Ravens, Bengals square off in battle for 1st

OWINGS MILLS -- The reality and the perception about the Cincinnati Bengals has suddenly changed, and their unexpected emergence as a surging contender has triggered today's AFC North showdown against the Baltimore Ravens.

Instead of being a perpetual punch line for Jay Leno monologues, the formerly downtrodden, trouble-prone Bengals (3-1) are now the proud owners of a three-game winning streak and are gaining a reputation for being masterful in the clutch as they take on the Ravens (3-1) today at M&T Bank Stadium.

Supremacy in the division is at stake as the winner will own sole possession of first place, breaking the current deadlock.

"They're still explosive, but more physical than they were before and I knew things would eventually turn around for them," free safety Ed Reed said. "We expect nothing but their best. This game is huge. Here we come. It's going down, man."

Although the Bengals are just one deflected Brandon Stokley touchdown catch away from being undefeated as his score boosted the Denver Broncos to a 12-7 win over Cincinnati to start the season, they have managed to defeat the defending Super Bowl champion Pittsburgh Steelers as well as edging the Green Bay Packers and the Cleveland Browns by a combined 13 points.

The Ravens swept the Bengals last season by a combined score of 51-13 as they ran roughshod over them with a total of 376 bruising rushing yards on 89 carries, but this is a new season. And the Bengals have apparently learned how to win after going 4-11-1 last season in losing their first eight games.

"They're just better than they were a year ago in terms of their talent and they're healthy," Ravens coach John Harbaugh said. "Obviously, they're on a roll. It's a really good team with a lot of talent, playing very hard."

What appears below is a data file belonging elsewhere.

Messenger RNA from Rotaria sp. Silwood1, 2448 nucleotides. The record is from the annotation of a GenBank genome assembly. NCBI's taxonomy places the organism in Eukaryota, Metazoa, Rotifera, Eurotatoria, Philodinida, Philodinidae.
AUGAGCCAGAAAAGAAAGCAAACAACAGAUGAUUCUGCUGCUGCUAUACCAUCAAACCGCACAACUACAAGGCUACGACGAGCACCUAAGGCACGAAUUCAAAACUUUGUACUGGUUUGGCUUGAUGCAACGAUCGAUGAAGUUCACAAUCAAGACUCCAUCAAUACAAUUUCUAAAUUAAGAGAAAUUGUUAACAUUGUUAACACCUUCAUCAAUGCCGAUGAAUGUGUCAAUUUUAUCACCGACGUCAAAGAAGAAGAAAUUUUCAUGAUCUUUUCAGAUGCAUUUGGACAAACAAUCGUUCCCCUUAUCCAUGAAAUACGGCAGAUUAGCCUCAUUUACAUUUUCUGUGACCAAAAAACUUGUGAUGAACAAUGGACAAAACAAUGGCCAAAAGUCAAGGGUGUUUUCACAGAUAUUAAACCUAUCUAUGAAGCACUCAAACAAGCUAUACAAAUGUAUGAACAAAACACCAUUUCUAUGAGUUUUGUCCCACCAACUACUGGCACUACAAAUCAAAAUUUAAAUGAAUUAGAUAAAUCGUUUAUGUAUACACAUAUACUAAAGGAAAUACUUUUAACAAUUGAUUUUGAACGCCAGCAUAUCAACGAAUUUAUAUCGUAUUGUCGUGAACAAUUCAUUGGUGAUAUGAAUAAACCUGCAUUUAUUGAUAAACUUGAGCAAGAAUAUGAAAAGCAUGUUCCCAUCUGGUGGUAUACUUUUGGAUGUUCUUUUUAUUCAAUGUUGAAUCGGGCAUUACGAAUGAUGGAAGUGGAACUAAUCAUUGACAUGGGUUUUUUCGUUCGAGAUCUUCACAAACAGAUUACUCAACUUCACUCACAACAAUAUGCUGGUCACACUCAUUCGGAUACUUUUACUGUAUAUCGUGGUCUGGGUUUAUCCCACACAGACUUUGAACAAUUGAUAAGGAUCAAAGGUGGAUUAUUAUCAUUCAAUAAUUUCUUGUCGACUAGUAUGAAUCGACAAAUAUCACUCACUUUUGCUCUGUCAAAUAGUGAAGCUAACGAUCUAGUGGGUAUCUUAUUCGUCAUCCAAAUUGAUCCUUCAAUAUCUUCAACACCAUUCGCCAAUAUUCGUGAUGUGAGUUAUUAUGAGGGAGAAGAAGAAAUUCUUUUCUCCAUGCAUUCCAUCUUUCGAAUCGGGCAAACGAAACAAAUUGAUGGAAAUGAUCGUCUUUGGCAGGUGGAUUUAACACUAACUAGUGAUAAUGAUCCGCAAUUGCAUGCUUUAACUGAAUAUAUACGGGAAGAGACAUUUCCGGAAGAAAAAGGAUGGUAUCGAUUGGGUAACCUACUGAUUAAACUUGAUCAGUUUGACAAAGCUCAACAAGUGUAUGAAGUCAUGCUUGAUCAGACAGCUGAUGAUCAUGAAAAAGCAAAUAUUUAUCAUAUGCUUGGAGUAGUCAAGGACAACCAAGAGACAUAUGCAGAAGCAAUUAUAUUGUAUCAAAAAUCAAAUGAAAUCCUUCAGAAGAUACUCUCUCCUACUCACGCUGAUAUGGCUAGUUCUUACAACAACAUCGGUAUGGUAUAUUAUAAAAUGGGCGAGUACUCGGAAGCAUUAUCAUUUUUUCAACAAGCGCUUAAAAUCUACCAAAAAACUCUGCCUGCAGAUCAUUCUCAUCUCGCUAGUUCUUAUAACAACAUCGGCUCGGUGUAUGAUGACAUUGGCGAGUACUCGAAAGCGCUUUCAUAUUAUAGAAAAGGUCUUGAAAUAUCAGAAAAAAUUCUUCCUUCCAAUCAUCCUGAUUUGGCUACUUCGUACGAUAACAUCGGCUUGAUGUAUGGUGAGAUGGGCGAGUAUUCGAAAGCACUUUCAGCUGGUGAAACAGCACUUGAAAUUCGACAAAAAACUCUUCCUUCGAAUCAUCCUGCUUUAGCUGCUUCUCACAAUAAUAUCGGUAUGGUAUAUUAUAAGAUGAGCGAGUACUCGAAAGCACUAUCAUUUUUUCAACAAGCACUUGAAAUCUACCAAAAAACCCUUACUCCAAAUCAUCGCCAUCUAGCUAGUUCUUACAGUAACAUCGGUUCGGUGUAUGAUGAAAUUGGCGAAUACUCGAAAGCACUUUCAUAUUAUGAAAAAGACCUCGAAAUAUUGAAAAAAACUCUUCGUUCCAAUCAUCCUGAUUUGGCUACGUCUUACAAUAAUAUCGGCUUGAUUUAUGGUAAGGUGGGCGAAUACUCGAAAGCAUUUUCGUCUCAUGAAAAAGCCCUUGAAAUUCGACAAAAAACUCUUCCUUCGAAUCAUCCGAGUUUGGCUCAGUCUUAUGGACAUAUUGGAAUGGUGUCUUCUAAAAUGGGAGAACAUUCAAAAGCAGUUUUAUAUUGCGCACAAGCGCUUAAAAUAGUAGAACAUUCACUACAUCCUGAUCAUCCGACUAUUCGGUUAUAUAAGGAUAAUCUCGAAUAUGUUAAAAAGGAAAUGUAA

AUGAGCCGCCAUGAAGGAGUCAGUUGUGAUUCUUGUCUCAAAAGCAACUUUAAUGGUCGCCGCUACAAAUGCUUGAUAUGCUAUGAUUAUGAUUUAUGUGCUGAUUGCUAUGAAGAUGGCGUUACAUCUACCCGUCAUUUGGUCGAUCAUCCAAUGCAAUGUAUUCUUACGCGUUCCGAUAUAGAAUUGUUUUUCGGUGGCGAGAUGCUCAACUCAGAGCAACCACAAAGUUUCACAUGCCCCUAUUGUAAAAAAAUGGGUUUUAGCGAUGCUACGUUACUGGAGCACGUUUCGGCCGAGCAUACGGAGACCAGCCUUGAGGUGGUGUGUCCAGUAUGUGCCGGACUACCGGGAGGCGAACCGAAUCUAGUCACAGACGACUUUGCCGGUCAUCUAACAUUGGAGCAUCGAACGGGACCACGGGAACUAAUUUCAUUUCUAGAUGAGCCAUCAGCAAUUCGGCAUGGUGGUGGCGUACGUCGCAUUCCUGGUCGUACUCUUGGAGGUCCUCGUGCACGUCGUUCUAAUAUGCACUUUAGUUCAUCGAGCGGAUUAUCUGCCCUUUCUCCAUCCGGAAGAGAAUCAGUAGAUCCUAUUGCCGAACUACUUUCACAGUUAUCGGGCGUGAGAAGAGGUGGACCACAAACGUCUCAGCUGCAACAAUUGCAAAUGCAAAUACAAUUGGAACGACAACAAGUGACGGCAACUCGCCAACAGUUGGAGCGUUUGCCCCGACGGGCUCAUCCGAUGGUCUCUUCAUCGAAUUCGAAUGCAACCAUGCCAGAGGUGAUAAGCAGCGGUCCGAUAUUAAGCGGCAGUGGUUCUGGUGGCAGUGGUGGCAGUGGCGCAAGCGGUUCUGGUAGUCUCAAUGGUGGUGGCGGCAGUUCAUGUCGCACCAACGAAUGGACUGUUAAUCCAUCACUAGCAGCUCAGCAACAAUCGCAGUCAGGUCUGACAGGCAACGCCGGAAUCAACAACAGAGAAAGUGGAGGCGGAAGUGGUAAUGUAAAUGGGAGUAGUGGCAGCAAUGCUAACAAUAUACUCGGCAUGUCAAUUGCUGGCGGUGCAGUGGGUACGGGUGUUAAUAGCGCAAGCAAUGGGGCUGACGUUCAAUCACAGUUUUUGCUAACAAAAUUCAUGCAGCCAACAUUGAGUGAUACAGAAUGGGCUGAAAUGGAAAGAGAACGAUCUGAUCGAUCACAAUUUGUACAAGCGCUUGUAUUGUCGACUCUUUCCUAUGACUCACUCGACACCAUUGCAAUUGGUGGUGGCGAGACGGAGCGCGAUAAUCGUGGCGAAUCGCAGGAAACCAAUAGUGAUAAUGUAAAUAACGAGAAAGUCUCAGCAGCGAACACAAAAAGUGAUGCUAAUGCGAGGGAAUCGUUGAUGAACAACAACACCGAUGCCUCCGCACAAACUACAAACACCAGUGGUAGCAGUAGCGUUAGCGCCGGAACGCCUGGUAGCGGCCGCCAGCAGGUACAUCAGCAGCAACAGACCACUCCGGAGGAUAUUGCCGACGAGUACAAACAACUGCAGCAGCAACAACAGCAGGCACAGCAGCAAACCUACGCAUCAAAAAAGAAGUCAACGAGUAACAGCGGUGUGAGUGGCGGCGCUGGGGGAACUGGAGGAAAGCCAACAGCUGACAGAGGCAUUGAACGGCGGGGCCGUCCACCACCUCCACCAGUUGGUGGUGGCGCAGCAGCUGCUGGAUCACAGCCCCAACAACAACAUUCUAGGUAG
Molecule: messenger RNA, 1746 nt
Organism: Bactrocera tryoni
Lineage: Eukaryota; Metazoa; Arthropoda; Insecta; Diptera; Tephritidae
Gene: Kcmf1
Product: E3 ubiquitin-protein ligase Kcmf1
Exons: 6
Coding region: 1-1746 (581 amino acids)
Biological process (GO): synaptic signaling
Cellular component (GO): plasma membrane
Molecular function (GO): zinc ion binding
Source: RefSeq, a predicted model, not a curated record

With franchise quarterback Carson Palmer healthy again, flamboyant wide receiver Chad Ochocinco no longer pouting, a running game with more muscle than usual led by Cedric Benson and an improving defense led by NFL sacks leader Antwan Odom and hard-hitting rookie linebacker Rey Maualuga, it's a new day in Cincinnati.

"You can't go into the season and expect one team to be one way," tight end Todd Heap said. "It's always going to be different. Last year, everybody was expecting them to be good. I think this year, they've got a lot of the same guys and they've added some good players as well.

"They've very talented. We always expect them to play well, especially against us. You've seen how they've played this season. They've played every team tough. Marvin Lewis has them going this year."

It feels a bit early to declare the Bengals as transformed after four games, but things change quickly in the NFL.

The Ravens are a perfect example of that phenomenon.

They were coming off a 5-11 campaign a year ago that cost former coach Brian Billick his job and ushered in the Harbaugh era that launched with a surprising march to the AFC championship game.

So, Lewis, the former Ravens defensive coordinator and Finksburg resident, is keeping it all in perspective.

He laughed when asked about the heightened relevance of this early-season clash.

"That would be fleeting," Lewis said. "If we were playing a five-game schedule, I'd feel good about that."